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International Journal of Cell Biology
Volume 2014 (2014), Article ID 495817, 10 pages
http://dx.doi.org/10.1155/2014/495817
Research Article

Necrostatin-1 Reduces Neurovascular Injury after Intracerebral Hemorrhage

Department of Neurosurgery, Medical College of Georgia, Georgia Regents University, 1120 15th Street, Augusta, GA 30912, USA

Received 11 November 2013; Revised 24 January 2014; Accepted 27 January 2014; Published 6 March 2014

Academic Editor: Claudia Giampietri

Copyright © 2014 Melanie D. King et al. This is an open access article distributed under the Creative Commons Attribution License, which permits unrestricted use, distribution, and reproduction in any medium, provided the original work is properly cited.

Abstract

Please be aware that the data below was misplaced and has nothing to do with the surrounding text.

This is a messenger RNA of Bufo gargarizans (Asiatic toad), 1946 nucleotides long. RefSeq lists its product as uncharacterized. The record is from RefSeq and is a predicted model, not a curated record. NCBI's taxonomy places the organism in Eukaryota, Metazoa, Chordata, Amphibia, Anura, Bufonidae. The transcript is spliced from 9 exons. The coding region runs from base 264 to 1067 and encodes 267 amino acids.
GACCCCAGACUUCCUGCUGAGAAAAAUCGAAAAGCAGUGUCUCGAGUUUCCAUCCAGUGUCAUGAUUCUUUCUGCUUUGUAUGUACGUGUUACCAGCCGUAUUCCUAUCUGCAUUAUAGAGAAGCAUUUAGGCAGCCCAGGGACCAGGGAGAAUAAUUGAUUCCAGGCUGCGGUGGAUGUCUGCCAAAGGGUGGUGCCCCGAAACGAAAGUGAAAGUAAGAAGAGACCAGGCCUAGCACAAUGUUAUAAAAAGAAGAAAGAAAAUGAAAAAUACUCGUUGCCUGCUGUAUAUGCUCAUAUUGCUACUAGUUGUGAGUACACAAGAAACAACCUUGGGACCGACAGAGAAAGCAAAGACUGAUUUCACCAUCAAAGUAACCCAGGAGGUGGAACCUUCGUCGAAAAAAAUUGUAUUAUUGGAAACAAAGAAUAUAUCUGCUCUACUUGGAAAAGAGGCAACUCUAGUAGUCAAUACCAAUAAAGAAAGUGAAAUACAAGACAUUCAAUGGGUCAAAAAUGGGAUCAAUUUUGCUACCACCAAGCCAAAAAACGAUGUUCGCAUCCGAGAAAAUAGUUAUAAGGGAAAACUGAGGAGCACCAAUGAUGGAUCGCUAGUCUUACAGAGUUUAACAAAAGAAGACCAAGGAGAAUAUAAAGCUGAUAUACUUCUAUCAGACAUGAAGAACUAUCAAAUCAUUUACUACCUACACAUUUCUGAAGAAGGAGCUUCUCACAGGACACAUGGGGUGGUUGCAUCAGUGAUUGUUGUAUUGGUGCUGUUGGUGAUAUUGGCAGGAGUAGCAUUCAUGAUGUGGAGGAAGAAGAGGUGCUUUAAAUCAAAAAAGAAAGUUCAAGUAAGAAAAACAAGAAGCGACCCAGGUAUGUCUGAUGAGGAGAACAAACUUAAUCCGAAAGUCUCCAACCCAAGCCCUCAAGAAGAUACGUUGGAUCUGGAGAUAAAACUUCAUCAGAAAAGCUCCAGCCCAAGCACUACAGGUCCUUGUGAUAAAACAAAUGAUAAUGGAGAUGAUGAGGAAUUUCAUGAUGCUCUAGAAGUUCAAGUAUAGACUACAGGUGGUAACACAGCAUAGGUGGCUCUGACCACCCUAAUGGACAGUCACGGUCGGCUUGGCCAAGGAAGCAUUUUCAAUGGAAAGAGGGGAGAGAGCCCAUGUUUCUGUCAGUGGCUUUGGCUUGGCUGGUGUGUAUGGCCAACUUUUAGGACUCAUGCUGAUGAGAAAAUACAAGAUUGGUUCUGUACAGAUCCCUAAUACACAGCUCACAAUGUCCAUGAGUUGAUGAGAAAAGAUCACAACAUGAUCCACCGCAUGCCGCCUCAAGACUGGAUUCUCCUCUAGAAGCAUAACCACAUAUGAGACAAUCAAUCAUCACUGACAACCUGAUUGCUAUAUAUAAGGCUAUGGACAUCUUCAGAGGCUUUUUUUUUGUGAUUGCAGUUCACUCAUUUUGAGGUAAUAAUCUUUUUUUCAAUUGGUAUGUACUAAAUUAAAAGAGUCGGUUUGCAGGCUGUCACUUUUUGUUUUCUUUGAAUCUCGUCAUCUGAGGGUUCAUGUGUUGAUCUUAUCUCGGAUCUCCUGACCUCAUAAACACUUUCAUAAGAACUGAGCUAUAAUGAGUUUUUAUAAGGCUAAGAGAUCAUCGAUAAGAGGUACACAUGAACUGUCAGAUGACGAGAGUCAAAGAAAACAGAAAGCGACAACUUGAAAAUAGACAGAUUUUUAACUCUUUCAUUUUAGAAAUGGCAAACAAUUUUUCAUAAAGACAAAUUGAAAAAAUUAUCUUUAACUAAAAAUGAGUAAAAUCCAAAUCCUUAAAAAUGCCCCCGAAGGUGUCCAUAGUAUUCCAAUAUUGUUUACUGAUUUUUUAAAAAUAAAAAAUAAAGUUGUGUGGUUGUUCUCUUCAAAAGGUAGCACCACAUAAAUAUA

Intracerebral hemorrhage (ICH) is the most common form of hemorrhagic stroke, accounting for 15% of all strokes. ICH has the highest acute mortality and the worst long-term prognosis of all stroke subtypes. Unfortunately, the dearth of clinically effective treatment options makes ICH the least treatable form of stroke, emphasizing the need for novel therapeutic targets. Recent work by our laboratory identified a novel role for the necroptosis inhibitor, necrostatin-1, in limiting neurovascular injury in tissue culture models of hemorrhagic injury. In the present study, we tested the hypothesis that necrostatin-1 reduces neurovascular injury after collagenase-induced ICH in mice. Necrostatin-1 significantly reduced hematoma volume by 54% at 72 h after-ICH, as compared to either sham-injured mice or mice administered an inactive, structural analogue of necrostatin-1. Necrostatin-1 also limited cell death by 48%, reduced blood-brain barrier opening by 51%, attenuated edema development to sham levels, and improved neurobehavioral outcomes after ICH. These data suggest a potential clinical utility for necrostatin-1 and/or novel necroptosis inhibitors as an adjunct therapy to reduce neurological injury and improve patient outcomes after ICH.